The Member of the Sad Cafe: Analyzing McCullers Masculine Female Characters

The Member of the Sad Cafe: Analyzing McCullers Masculine Female Characters

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Out of the pantheon of Modern Southern Literature authors, Carson McCullers is arguably one of the best writers to emerge out of the genre in the twentieth century. With her intricate weaving of character development, she creates personas that strike the reader memorably and come alive with the power of their own natures. Two such characters emerge from her famous short stories: Frankie Addams from The Member of the Wedding and Miss Amelia Evans from The Ballad of the Sad Cafe. These characters are unique as they both struggle to fit in with society’s ideal of women in the South, and are isolated from the ‘normal’ life of a Southern woman. Both Frankie and Miss Amelia confront gender issues as untraditional women who attempt to take on male roles in their communities, where straying from the ‘status quo’ is seen as untrustworthy and threateningly different; these issues eventually detach them from traditional Southern society. Because Frankie and Miss Amelia are not content with the traditional roles of Southern womanhood, their actions cause strife in their behavior, their controlling mindsets and in their families.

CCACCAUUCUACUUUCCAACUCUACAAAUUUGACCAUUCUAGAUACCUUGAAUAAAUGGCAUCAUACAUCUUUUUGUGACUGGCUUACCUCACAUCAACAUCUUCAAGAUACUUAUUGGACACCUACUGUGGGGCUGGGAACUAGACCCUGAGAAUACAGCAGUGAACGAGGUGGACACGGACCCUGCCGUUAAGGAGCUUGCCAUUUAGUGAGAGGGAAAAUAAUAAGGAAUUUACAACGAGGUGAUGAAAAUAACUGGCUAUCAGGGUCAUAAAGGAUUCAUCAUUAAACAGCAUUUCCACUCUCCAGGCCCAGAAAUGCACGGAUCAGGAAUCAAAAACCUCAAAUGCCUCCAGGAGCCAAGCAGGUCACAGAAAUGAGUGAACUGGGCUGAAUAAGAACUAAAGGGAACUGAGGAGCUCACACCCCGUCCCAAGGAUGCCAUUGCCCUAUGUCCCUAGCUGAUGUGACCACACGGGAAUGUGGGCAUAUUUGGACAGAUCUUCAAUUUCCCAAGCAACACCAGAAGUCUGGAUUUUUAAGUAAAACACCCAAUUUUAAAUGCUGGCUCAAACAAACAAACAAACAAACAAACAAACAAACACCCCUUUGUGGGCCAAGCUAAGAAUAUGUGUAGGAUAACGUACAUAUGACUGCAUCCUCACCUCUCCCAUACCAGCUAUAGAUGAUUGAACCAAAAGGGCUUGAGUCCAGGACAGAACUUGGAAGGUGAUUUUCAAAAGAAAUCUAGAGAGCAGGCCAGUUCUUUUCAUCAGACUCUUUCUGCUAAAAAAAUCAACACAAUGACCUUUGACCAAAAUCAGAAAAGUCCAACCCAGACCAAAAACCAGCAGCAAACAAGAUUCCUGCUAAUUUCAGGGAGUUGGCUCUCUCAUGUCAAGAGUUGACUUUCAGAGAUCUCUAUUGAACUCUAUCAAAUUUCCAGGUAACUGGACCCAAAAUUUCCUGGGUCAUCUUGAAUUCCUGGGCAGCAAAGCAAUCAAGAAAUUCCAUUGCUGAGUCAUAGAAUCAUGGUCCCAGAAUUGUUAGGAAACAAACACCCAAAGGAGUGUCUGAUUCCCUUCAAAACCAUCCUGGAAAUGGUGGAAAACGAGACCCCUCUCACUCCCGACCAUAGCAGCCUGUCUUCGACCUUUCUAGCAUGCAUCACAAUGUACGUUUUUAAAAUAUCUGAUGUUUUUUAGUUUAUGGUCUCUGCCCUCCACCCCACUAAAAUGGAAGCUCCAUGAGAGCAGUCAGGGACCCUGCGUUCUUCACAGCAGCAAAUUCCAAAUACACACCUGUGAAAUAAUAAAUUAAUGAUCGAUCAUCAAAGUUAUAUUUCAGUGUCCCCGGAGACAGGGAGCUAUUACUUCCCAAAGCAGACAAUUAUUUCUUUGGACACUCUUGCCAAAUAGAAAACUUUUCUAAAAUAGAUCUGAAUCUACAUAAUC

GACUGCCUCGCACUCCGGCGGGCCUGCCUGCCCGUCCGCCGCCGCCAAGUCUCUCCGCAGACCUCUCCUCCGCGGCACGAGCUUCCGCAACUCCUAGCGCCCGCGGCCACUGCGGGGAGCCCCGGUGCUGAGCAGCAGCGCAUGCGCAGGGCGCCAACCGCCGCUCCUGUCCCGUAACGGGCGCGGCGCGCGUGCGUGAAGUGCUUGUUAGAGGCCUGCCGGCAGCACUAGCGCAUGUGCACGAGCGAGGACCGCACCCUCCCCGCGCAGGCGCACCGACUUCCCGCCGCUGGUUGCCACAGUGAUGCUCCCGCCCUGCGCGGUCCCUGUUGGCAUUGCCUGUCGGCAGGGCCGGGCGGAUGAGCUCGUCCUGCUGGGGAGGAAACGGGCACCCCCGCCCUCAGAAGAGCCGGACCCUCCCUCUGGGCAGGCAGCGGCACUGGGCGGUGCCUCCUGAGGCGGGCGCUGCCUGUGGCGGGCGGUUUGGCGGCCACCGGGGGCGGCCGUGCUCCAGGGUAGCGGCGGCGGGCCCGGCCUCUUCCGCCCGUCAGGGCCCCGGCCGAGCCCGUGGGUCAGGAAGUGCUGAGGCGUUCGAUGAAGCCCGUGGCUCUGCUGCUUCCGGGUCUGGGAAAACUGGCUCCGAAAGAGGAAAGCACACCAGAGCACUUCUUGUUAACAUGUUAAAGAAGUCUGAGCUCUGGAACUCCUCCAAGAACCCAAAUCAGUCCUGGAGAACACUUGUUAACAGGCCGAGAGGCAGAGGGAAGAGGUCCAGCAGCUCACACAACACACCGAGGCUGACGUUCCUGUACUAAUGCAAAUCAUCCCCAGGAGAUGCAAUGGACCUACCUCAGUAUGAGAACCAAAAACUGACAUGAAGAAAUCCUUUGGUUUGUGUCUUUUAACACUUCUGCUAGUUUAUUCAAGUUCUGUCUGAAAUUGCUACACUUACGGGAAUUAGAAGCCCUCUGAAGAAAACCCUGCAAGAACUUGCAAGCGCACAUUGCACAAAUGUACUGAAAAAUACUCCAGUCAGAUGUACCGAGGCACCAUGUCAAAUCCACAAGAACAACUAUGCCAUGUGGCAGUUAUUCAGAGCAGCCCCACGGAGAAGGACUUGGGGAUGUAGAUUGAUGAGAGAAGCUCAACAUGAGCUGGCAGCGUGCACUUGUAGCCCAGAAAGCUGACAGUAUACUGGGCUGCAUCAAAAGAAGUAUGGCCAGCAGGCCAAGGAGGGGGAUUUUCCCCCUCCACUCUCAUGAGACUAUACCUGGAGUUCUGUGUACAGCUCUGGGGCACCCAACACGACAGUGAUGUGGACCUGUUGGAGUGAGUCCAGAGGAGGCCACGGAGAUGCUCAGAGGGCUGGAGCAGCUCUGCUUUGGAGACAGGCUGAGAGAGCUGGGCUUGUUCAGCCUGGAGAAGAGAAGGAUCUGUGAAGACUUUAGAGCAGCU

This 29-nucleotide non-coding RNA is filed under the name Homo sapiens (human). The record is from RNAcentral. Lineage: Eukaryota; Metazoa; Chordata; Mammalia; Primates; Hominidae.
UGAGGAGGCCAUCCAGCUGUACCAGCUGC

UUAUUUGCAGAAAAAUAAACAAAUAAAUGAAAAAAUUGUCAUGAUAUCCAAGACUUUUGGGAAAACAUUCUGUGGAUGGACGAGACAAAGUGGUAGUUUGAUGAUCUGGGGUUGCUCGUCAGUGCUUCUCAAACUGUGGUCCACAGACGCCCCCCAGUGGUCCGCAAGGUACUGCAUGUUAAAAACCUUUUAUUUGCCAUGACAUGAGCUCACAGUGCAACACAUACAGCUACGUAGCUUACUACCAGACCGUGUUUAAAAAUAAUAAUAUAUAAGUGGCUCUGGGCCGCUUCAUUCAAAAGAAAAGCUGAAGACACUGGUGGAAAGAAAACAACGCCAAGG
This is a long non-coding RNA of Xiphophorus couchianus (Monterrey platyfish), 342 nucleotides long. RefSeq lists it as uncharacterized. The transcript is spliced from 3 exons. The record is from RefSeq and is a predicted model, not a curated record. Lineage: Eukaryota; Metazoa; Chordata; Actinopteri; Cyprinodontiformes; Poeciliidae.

The behavior of both Frankie and Miss Amelia is generally perceived as odd throughout each of their stories. Frankie has an extremely difficult time connecting with other girls her age around her, girls that were once her confidants but ‘now they had this club and she was not a member...they had said she was too young and mean’ (McCullers 265). As a result Frankie resorts to spending her free time with her cousin half her age. She also struggles with sleeping by herself at night, and until the beginning of the novel had previously slept in a bed with her father for comfort like a child. During her sleepovers with he...


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...and a mindset, a way of life that states ‘I don’t want realism, I want magic!...I don’t tell the truth, I tell what ought to be the truth!’ (Williams ), driving her to drastic actions such as meeting up with a soldier in a bar as a twelve-year-old. Frankie clearly has an internal struggle with the age-old transition from girl to a young woman, and lacking a mother-figure, is forced to figure out the changes happening within her with odd company; this, along with her violent tendencies, separates her from her family and her old friends. Her father’s self-distancing from his daughter also has a peculiar way of affecting her, as she ‘began to have a grudge against her father and they looked at each other in a slant-eyed way’ (McCullers 276), which isolates her from the only parent-figure she has, and one that was never consistently available for her from the beginning.

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